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41 year old with new gym membership

Rfickes21Rfickes21 Member, Premium Posts: 9 Member Member, Premium Posts: 9 Member
I have been eating well and sporadically exercising at home and outside since January. My goal is to lose weight and tone up. I just got a gym membership. The gym is close enough to my house that I walk there so I feel like I will be able to go a lot. I've been reading different things about how often you should work out lift weights etc. This is the plan I came up with just wanted to see what more experience people thought and if it is reasonable. I plan to go 6 days a week. Day one 20 minutes on the treadmill and use the machines to work arms. Day two 20 minutes on the treadmill and legs on the machine. Day 3 60 minutes treadmill. Day four 20 minutes treadmill and arms. Day 5 20 minutes treadmill and legs. Day six 60 minutes on a treadmill. Day 7 rest. I am using the machines at the gym currently. But when I get more comfortable I would like to branch out to free weights and the bars. Any input is appreciated. Also should I be adding protein supplements or just eat well with protein in my diet. Thank you all.

Replies

  • Rfickes21Rfickes21 Member, Premium Posts: 9 Member Member, Premium Posts: 9 Member
    I should add on the machines that I do three sets of 10 to 12 reps on each machine.
  • ninerbuffninerbuff Member, Greeter Posts: 44,846 Member Member, Greeter Posts: 44,846 Member
    Get a Personal Trainer. How do you know if you're doing the exercises correctly with good form? Also a PT will teach you how to workout with free weights correctly (granted if they are a good PT).

    A.C.E. Certified Personal and Group Fitness Trainer
    IDEA Fitness member
    Kickboxing Certified Instructor
    Been in fitness for 30 years and have studied kinesiology and nutrition

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  • springlering62springlering62 Member, Premium Posts: 2,886 Member Member, Premium Posts: 2,886 Member
    If you’re going from zero to a hundred, maybe not a great idea on many levels.

    Start slower and lower and build up.

    Don’t forget, muscle soreness will cause water retention which reads as weight gain on the scale. You’ll expel it when the soreness goes away, but that often catches enthusiastic new exercisers by surprise.

    Ask me how I know.
  • springlering62springlering62 Member, Premium Posts: 2,886 Member Member, Premium Posts: 2,886 Member
    And, as @ninerbuff says, if you can afford a trainer, and are lucky enough to find one you gel with, it can rock your world.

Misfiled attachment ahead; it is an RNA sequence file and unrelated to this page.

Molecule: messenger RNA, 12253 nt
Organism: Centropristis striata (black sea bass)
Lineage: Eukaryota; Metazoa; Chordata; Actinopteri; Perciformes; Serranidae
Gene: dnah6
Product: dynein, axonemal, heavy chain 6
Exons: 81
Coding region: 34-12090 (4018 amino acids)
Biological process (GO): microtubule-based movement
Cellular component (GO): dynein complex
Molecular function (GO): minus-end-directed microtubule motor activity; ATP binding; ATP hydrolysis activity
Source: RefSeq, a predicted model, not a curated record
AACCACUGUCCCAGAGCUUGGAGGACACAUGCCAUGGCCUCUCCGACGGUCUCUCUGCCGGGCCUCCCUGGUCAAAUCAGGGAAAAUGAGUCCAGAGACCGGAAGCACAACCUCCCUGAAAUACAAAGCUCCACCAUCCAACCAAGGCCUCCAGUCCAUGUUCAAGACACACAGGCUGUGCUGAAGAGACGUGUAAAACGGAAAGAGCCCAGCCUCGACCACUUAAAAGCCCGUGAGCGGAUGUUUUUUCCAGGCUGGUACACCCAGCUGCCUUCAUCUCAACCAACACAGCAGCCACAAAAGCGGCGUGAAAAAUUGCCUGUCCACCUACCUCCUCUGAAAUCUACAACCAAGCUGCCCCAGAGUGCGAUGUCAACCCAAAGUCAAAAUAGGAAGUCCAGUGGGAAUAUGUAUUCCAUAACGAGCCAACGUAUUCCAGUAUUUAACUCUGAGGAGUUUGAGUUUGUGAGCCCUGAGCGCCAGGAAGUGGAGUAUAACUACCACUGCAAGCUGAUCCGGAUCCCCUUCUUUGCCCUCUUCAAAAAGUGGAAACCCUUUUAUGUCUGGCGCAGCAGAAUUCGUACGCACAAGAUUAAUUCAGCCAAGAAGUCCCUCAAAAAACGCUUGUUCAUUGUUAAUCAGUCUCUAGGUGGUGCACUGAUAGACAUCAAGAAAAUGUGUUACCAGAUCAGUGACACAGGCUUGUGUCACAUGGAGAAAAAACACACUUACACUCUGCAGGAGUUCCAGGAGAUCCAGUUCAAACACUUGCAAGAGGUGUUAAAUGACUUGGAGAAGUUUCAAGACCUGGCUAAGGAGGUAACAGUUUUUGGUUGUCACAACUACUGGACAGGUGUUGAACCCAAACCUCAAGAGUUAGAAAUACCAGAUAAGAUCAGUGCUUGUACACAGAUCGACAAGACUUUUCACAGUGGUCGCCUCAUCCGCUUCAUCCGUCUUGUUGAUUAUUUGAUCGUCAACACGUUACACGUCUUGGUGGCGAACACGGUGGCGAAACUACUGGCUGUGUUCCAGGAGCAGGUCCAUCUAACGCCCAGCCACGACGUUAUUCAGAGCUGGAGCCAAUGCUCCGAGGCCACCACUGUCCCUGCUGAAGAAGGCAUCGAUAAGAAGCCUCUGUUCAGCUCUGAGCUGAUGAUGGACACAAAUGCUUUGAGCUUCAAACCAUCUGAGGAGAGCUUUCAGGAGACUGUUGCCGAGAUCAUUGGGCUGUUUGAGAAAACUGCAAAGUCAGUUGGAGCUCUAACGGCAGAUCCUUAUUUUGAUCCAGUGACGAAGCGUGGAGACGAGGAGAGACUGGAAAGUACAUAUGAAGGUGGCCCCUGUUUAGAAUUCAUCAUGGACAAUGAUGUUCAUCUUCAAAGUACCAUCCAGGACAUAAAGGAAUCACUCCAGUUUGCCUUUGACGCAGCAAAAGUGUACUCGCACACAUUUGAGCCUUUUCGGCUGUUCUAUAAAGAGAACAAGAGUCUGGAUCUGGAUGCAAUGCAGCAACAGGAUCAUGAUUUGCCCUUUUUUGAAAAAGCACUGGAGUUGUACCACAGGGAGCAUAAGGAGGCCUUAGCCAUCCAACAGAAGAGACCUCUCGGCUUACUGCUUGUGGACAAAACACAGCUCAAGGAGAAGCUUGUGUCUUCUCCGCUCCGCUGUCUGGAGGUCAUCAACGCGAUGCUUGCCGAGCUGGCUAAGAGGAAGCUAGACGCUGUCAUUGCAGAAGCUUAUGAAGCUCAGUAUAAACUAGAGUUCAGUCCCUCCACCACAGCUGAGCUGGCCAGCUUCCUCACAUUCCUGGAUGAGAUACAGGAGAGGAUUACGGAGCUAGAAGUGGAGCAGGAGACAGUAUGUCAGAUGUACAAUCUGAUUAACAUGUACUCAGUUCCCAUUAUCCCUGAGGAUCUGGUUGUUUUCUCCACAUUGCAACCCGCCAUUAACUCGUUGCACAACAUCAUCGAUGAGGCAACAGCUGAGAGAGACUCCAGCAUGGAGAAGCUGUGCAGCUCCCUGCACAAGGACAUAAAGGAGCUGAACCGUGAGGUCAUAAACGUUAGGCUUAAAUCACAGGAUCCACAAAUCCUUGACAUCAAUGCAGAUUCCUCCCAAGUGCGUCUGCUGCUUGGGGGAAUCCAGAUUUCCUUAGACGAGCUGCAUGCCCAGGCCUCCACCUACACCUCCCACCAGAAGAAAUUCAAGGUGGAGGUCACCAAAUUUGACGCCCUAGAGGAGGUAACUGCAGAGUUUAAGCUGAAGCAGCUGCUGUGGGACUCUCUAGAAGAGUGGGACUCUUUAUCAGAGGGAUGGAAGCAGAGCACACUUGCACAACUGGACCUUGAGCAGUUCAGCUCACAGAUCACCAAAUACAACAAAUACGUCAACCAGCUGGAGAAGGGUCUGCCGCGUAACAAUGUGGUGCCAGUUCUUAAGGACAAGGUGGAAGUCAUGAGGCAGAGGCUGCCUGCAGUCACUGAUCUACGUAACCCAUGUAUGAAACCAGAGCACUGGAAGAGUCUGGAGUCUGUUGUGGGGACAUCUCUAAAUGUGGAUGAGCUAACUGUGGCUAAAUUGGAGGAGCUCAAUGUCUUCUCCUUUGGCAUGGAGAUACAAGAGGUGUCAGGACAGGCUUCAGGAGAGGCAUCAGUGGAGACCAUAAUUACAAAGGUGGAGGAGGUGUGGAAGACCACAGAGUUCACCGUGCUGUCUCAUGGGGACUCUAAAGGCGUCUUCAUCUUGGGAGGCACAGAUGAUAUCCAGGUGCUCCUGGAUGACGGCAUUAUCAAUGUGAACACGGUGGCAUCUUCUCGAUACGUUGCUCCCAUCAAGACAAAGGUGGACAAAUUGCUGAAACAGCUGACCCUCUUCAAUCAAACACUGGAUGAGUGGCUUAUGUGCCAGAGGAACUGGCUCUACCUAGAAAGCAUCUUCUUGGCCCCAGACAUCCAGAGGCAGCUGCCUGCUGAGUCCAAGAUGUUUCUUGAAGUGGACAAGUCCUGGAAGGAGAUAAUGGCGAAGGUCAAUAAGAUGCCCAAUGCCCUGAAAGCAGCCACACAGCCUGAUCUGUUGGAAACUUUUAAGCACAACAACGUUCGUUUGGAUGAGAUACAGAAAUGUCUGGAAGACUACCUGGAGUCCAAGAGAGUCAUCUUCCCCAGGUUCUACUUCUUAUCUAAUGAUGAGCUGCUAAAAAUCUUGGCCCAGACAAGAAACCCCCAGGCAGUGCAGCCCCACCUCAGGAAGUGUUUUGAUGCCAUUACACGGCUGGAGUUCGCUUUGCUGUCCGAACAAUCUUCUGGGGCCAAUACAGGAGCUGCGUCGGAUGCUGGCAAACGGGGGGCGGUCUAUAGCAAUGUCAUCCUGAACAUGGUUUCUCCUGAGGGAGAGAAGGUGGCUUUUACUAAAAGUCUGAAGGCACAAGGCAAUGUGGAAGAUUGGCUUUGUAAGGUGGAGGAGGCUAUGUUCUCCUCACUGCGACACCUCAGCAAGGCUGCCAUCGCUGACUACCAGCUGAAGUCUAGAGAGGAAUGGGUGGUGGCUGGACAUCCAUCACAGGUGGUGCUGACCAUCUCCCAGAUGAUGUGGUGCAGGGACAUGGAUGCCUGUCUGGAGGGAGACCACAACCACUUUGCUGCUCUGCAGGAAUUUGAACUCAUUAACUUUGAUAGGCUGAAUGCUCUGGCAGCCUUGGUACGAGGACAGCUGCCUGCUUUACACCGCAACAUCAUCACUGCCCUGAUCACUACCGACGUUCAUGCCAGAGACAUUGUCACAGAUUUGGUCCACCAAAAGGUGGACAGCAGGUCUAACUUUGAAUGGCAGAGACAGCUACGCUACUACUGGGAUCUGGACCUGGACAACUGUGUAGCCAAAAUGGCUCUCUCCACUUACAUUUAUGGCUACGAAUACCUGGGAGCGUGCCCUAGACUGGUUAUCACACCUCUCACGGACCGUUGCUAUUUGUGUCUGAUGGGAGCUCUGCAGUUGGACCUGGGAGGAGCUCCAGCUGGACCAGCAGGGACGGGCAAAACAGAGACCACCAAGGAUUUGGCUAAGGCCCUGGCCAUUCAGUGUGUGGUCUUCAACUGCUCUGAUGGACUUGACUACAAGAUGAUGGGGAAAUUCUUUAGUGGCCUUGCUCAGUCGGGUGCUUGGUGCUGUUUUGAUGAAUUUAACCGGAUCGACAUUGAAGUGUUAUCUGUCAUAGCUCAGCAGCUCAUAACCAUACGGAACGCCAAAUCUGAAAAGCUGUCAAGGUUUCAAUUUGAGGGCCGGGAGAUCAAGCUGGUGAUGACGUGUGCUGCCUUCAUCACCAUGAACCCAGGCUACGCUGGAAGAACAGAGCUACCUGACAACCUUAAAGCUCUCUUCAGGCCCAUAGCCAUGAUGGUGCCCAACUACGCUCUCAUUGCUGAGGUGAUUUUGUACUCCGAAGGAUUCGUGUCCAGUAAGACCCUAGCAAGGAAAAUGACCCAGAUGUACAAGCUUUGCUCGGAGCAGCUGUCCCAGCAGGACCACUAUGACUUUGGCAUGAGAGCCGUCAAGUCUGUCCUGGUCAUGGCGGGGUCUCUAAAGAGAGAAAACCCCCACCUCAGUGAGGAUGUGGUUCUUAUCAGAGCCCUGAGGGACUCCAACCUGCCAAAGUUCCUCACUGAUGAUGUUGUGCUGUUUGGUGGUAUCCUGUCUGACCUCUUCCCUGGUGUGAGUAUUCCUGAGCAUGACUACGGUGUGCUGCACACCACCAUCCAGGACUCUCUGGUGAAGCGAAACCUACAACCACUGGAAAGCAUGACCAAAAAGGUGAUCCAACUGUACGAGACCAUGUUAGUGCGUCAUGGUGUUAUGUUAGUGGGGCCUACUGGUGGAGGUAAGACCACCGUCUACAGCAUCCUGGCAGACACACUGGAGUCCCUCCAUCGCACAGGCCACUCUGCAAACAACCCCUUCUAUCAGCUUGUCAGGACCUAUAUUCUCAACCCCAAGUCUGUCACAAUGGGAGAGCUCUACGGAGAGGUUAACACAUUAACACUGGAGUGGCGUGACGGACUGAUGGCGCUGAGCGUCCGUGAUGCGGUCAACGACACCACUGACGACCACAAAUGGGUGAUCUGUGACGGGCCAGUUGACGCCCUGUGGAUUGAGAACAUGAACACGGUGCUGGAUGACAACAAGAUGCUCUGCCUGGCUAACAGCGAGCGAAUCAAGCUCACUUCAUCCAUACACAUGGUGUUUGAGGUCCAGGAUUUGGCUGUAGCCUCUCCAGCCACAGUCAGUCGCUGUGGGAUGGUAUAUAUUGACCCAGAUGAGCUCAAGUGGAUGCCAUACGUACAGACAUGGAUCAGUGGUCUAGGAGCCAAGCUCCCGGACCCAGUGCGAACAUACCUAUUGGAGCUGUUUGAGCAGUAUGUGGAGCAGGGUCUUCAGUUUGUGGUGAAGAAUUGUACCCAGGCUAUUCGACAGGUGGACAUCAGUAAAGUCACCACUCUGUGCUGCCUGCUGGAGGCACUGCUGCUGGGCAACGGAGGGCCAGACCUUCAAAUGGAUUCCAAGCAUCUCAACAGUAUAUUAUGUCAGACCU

My current one does to the nth degree. The first two most definitely did not.
  • hist_dochist_doc Member Posts: 209 Member Member Posts: 209 Member
    Rfickes21 wrote: »
    I have been eating well and sporadically exercising at home and outside since January. My goal is to lose weight and tone up. I just got a gym membership. The gym is close enough to my house that I walk there so I feel like I will be able to go a lot. I've been reading different things about how often you should work out lift weights etc. This is the plan I came up with just wanted to see what more experience people thought and if it is reasonable. I plan to go 6 days a week. Day one 20 minutes on the treadmill and use the machines to work arms. Day two 20 minutes on the treadmill and legs on the machine. Day 3 60 minutes treadmill. Day four 20 minutes treadmill and arms. Day 5 20 minutes treadmill and legs. Day six 60 minutes on a treadmill. Day 7 rest. I am using the machines at the gym currently. But when I get more comfortable I would like to branch out to free weights and the bars. Any input is appreciated. Also should I be adding protein supplements or just eat well with protein in my diet. Thank you all.
    You didn’t specify if you plan to run or walk on the treadmill but if you’re planning on running, I recommend building up a base first to avoid injury. Sixty minutes is a pretty long time if you haven’t been doing that length of exercise on your feet already. So basically, I second the good advice given.
    Personally, I workout six or seven days a week but I’ve been doing it for years and my body is adapted to it. Going from 0 to 100 is putting you at risk for injury and quick burnout.
  • ChieflrgChieflrg Member Posts: 8,818 Member Member Posts: 8,818 Member
    I might point towards your tredmill activity in relation to your load management.

    Current guidelines is to get at least 150 minutes of moderate aerobic activity or 75 minutes of vigorous aerobic activity a week, or a combination of moderate and vigorous activity.

    What is moderate or vigerous to you as a individual Will be defined by what your body is adapted to currently.

    I would strongly suggest paying attention to your load management as a whole for all activities involved being that exercise or life activity in general.
    edited May 4
  • MikePfirrmanMikePfirrman Member Posts: 2,484 Member Member Posts: 2,484 Member
    Many experts are now saying you should get one hour of cardio in for every 8 hours sitting, so the conventional wisdom is slowly evolving. I just think, IMHO, that the health experts don't want to tell a very inactive society that's not even getting the minimum done that the old minimums are outdated.

    With that said, if you can handle that much cardio, I don't think there's anything wrong with it, but listen to your body closely. If you find you are dreading working out, that's a red flag that you're doing too much too soon.
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